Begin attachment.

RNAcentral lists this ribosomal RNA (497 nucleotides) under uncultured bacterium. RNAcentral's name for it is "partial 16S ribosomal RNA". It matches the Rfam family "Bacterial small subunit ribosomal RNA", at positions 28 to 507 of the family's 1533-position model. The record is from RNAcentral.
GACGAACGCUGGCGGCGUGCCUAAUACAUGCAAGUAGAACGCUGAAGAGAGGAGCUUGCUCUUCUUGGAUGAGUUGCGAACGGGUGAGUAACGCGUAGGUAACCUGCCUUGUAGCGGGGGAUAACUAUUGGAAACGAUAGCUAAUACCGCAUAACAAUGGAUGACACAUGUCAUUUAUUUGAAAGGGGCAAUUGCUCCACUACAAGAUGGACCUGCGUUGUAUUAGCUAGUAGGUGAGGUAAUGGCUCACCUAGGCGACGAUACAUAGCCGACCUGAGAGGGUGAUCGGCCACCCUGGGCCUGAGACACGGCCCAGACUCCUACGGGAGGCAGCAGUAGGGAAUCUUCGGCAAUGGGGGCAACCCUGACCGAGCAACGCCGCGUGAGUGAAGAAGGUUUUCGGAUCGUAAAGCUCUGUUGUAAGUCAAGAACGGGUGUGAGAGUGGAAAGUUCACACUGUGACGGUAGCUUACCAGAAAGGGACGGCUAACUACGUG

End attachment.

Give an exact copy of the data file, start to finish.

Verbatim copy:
RNAcentral lists this ribosomal RNA (497 nucleotides) under uncultured bacterium. RNAcentral's name for it is "partial 16S ribosomal RNA". It matches the Rfam family "Bacterial small subunit ribosomal RNA", at positions 28 to 507 of the family's 1533-position model. The record is from RNAcentral.
GACGAACGCUGGCGGCGUGCCUAAUACAUGCAAGUAGAACGCUGAAGAGAGGAGCUUGCUCUUCUUGGAUGAGUUGCGAACGGGUGAGUAACGCGUAGGUAACCUGCCUUGUAGCGGGGGAUAACUAUUGGAAACGAUAGCUAAUACCGCAUAACAAUGGAUGACACAUGUCAUUUAUUUGAAAGGGGCAAUUGCUCCACUACAAGAUGGACCUGCGUUGUAUUAGCUAGUAGGUGAGGUAAUGGCUCACCUAGGCGACGAUACAUAGCCGACCUGAGAGGGUGAUCGGCCACCCUGGGCCUGAGACACGGCCCAGACUCCUACGGGAGGCAGCAGUAGGGAAUCUUCGGCAAUGGGGGCAACCCUGACCGAGCAACGCCGCGUGAGUGAAGAAGGUUUUCGGAUCGUAAAGCUCUGUUGUAAGUCAAGAACGGGUGUGAGAGUGGAAAGUUCACACUGUGACGGUAGCUUACCAGAAAGGGACGGCUAACUACGUG